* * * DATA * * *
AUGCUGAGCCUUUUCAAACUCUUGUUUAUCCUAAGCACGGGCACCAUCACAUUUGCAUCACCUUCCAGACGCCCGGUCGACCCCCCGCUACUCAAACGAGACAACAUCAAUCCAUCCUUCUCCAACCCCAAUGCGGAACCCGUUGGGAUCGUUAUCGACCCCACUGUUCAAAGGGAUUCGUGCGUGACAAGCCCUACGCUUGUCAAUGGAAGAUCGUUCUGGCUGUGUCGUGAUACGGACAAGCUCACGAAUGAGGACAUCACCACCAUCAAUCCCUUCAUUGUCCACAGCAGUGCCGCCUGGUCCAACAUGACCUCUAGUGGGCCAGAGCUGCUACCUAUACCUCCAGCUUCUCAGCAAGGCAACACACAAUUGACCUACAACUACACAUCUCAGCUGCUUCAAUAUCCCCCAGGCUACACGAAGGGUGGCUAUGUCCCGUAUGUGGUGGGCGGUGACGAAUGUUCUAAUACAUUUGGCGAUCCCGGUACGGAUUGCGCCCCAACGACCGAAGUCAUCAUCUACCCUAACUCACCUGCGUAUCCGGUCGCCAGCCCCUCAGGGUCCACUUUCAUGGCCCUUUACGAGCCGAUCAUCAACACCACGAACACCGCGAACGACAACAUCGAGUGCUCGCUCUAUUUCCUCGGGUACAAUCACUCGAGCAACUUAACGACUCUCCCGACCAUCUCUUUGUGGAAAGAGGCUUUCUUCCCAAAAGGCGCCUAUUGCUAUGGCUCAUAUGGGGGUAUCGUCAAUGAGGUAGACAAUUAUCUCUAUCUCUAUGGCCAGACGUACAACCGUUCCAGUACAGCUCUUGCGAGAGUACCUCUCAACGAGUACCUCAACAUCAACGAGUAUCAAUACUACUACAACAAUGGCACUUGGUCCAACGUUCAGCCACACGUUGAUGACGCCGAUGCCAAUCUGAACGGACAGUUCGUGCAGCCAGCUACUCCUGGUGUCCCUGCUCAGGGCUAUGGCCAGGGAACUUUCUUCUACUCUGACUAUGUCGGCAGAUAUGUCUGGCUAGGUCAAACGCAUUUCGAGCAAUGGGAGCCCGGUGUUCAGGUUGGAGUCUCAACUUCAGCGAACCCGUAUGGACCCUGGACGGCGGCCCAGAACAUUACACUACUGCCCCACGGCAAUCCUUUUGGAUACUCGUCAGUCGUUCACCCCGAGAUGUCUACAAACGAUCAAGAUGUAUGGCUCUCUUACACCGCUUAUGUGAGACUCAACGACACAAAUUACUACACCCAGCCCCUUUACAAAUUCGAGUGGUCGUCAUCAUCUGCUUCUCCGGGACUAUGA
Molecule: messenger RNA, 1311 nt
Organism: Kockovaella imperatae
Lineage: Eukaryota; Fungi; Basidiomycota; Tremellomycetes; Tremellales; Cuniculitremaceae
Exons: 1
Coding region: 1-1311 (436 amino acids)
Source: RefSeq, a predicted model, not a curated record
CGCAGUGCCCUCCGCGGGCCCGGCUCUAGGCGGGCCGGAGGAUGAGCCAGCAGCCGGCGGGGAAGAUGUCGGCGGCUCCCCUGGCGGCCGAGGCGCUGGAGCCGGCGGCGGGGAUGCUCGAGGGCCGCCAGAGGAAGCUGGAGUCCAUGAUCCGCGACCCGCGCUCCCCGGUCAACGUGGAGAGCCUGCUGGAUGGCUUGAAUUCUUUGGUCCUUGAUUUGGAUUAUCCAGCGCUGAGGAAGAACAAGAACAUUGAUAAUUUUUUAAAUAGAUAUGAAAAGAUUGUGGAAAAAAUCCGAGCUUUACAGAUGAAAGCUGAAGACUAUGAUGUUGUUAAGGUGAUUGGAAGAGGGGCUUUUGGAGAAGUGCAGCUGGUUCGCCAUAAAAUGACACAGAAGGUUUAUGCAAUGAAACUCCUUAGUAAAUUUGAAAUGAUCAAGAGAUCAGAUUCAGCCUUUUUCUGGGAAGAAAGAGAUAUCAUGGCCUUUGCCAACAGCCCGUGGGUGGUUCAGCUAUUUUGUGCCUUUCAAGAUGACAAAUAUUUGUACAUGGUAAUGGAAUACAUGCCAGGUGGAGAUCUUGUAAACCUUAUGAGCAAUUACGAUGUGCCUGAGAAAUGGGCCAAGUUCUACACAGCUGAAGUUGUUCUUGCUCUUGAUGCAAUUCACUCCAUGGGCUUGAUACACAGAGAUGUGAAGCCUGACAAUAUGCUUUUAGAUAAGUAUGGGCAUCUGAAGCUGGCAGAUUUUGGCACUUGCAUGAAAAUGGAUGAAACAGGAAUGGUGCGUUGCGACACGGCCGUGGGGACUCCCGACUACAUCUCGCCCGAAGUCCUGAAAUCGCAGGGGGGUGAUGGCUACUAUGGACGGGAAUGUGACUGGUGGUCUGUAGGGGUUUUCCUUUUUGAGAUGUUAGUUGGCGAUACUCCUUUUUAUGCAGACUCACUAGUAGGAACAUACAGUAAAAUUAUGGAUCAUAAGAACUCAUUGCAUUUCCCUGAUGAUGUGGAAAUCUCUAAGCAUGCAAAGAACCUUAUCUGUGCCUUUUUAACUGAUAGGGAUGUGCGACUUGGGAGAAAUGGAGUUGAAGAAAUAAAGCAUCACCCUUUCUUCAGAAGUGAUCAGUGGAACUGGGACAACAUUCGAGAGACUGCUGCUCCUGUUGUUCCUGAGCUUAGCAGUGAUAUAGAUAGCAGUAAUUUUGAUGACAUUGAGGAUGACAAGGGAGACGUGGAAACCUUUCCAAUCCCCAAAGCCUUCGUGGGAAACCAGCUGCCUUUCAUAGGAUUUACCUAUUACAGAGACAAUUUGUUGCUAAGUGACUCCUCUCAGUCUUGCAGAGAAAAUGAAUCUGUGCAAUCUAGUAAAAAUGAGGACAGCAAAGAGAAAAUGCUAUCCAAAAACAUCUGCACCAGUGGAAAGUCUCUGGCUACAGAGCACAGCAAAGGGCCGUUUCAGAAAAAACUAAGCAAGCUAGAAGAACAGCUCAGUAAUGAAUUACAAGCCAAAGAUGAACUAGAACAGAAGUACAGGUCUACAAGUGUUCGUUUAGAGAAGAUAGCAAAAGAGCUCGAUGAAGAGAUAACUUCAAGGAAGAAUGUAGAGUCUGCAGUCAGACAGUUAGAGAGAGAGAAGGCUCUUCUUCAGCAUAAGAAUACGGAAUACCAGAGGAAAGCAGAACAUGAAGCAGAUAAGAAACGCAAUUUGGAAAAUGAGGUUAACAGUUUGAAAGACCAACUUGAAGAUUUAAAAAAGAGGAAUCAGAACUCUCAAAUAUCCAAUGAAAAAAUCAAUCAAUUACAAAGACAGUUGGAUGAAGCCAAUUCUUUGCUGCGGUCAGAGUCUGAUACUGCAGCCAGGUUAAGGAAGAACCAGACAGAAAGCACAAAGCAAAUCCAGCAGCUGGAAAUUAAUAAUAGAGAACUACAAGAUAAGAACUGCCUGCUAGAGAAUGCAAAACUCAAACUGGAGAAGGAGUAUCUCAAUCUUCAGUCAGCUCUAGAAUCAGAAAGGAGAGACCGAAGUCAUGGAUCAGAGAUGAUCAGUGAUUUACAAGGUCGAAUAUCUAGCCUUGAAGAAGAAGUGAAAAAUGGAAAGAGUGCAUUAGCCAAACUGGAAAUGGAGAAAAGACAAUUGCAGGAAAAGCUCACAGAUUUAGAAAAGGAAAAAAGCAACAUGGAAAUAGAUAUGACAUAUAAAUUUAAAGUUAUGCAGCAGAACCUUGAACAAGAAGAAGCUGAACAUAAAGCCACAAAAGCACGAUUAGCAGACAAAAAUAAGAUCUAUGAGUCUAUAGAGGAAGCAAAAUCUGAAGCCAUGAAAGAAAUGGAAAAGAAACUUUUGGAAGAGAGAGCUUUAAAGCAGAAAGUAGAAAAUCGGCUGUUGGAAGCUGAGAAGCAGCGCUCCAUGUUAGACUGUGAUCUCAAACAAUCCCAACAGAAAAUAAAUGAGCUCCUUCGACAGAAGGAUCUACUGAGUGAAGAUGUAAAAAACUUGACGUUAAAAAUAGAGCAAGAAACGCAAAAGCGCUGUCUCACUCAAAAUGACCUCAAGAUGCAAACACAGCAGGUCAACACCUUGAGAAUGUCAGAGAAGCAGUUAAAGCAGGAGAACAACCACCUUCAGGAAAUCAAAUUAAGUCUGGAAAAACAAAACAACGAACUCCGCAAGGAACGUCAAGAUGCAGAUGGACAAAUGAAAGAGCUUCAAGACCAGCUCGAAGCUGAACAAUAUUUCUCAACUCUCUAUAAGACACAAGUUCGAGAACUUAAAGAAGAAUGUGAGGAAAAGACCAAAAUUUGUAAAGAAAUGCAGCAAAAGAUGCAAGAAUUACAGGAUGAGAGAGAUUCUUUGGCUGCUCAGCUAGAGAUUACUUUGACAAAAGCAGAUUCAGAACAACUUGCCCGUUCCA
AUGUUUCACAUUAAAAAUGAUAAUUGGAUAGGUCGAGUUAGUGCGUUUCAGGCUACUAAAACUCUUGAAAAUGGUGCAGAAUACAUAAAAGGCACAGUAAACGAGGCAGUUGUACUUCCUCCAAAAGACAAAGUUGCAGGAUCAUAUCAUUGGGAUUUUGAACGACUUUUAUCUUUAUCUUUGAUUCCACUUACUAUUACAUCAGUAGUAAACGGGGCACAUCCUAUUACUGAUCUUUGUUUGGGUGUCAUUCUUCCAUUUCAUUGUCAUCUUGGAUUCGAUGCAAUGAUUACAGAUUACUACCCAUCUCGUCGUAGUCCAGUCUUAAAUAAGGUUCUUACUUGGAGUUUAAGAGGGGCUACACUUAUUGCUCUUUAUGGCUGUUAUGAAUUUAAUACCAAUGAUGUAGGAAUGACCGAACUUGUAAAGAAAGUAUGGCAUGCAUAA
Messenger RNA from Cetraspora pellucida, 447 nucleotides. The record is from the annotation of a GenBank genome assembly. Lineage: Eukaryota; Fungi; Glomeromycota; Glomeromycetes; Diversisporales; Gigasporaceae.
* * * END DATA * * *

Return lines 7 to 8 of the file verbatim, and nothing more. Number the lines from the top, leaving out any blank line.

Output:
Source: RefSeq, a predicted model, not a curated record
CGCAGUGCCCUCCGCGGGCCCGGCUCUAGGCGGGCCGGAGGAUGAGCCAGCAGCCGGCGGGGAAGAUGUCGGCGGCUCCCCUGGCGGCCGAGGCGCUGGAGCCGGCGGCGGGGAUGCUCGAGGGCCGCCAGAGGAAGCUGGAGUCCAUGAUCCGCGACCCGCGCUCCCCGGUCAACGUGGAGAGCCUGCUGGAUGGCUUGAAUUCUUUGGUCCUUGAUUUGGAUUAUCCAGCGCUGAGGAAGAACAAGAACAUUGAUAAUUUUUUAAAUAGAUAUGAAAAGAUUGUGGAAAAAAUCCGAGCUUUACAGAUGAAAGCUGAAGACUAUGAUGUUGUUAAGGUGAUUGGAAGAGGGGCUUUUGGAGAAGUGCAGCUGGUUCGCCAUAAAAUGACACAGAAGGUUUAUGCAAUGAAACUCCUUAGUAAAUUUGAAAUGAUCAAGAGAUCAGAUUCAGCCUUUUUCUGGGAAGAAAGAGAUAUCAUGGCCUUUGCCAACAGCCCGUGGGUGGUUCAGCUAUUUUGUGCCUUUCAAGAUGACAAAUAUUUGUACAUGGUAAUGGAAUACAUGCCAGGUGGAGAUCUUGUAAACCUUAUGAGCAAUUACGAUGUGCCUGAGAAAUGGGCCAAGUUCUACACAGCUGAAGUUGUUCUUGCUCUUGAUGCAAUUCACUCCAUGGGCUUGAUACACAGAGAUGUGAAGCCUGACAAUAUGCUUUUAGAUAAGUAUGGGCAUCUGAAGCUGGCAGAUUUUGGCACUUGCAUGAAAAUGGAUGAAACAGGAAUGGUGCGUUGCGACACGGCCGUGGGGACUCCCGACUACAUCUCGCCCGAAGUCCUGAAAUCGCAGGGGGGUGAUGGCUACUAUGGACGGGAAUGUGACUGGUGGUCUGUAGGGGUUUUCCUUUUUGAGAUGUUAGUUGGCGAUACUCCUUUUUAUGCAGACUCACUAGUAGGAACAUACAGUAAAAUUAUGGAUCAUAAGAACUCAUUGCAUUUCCCUGAUGAUGUGGAAAUCUCUAAGCAUGCAAAGAACCUUAUCUGUGCCUUUUUAACUGAUAGGGAUGUGCGACUUGGGAGAAAUGGAGUUGAAGAAAUAAAGCAUCACCCUUUCUUCAGAAGUGAUCAGUGGAACUGGGACAACAUUCGAGAGACUGCUGCUCCUGUUGUUCCUGAGCUUAGCAGUGAUAUAGAUAGCAGUAAUUUUGAUGACAUUGAGGAUGACAAGGGAGACGUGGAAACCUUUCCAAUCCCCAAAGCCUUCGUGGGAAACCAGCUGCCUUUCAUAGGAUUUACCUAUUACAGAGACAAUUUGUUGCUAAGUGACUCCUCUCAGUCUUGCAGAGAAAAUGAAUCUGUGCAAUCUAGUAAAAAUGAGGACAGCAAAGAGAAAAUGCUAUCCAAAAACAUCUGCACCAGUGGAAAGUCUCUGGCUACAGAGCACAGCAAAGGGCCGUUUCAGAAAAAACUAAGCAAGCUAGAAGAACAGCUCAGUAAUGAAUUACAAGCCAAAGAUGAACUAGAACAGAAGUACAGGUCUACAAGUGUUCGUUUAGAGAAGAUAGCAAAAGAGCUCGAUGAAGAGAUAACUUCAAGGAAGAAUGUAGAGUCUGCAGUCAGACAGUUAGAGAGAGAGAAGGCUCUUCUUCAGCAUAAGAAUACGGAAUACCAGAGGAAAGCAGAACAUGAAGCAGAUAAGAAACGCAAUUUGGAAAAUGAGGUUAACAGUUUGAAAGACCAACUUGAAGAUUUAAAAAAGAGGAAUCAGAACUCUCAAAUAUCCAAUGAAAAAAUCAAUCAAUUACAAAGACAGUUGGAUGAAGCCAAUUCUUUGCUGCGGUCAGAGUCUGAUACUGCAGCCAGGUUAAGGAAGAACCAGACAGAAAGCACAAAGCAAAUCCAGCAGCUGGAAAUUAAUAAUAGAGAACUACAAGAUAAGAACUGCCUGCUAGAGAAUGCAAAACUCAAACUGGAGAAGGAGUAUCUCAAUCUUCAGUCAGCUCUAGAAUCAGAAAGGAGAGACCGAAGUCAUGGAUCAGAGAUGAUCAGUGAUUUACAAGGUCGAAUAUCUAGCCUUGAAGAAGAAGUGAAAAAUGGAAAGAGUGCAUUAGCCAAACUGGAAAUGGAGAAAAGACAAUUGCAGGAAAAGCUCACAGAUUUAGAAAAGGAAAAAAGCAACAUGGAAAUAGAUAUGACAUAUAAAUUUAAAGUUAUGCAGCAGAACCUUGAACAAGAAGAAGCUGAACAUAAAGCCACAAAAGCACGAUUAGCAGACAAAAAUAAGAUCUAUGAGUCUAUAGAGGAAGCAAAAUCUGAAGCCAUGAAAGAAAUGGAAAAGAAACUUUUGGAAGAGAGAGCUUUAAAGCAGAAAGUAGAAAAUCGGCUGUUGGAAGCUGAGAAGCAGCGCUCCAUGUUAGACUGUGAUCUCAAACAAUCCCAACAGAAAAUAAAUGAGCUCCUUCGACAGAAGGAUCUACUGAGUGAAGAUGUAAAAAACUUGACGUUAAAAAUAGAGCAAGAAACGCAAAAGCGCUGUCUCACUCAAAAUGACCUCAAGAUGCAAACACAGCAGGUCAACACCUUGAGAAUGUCAGAGAAGCAGUUAAAGCAGGAGAACAACCACCUUCAGGAAAUCAAAUUAAGUCUGGAAAAACAAAACAACGAACUCCGCAAGGAACGUCAAGAUGCAGAUGGACAAAUGAAAGAGCUUCAAGACCAGCUCGAAGCUGAACAAUAUUUCUCAACUCUCUAUAAGACACAAGUUCGAGAACUUAAAGAAGAAUGUGAGGAAAAGACCAAAAUUUGUAAAGAAAUGCAGCAAAAGAUGCAAGAAUUACAGGAUGAGAGAGAUUCUUUGGCUGCUCAGCUAGAGAUUACUUUGACAAAAGCAGAUUCAGAACAACUUGCCCGUUCCA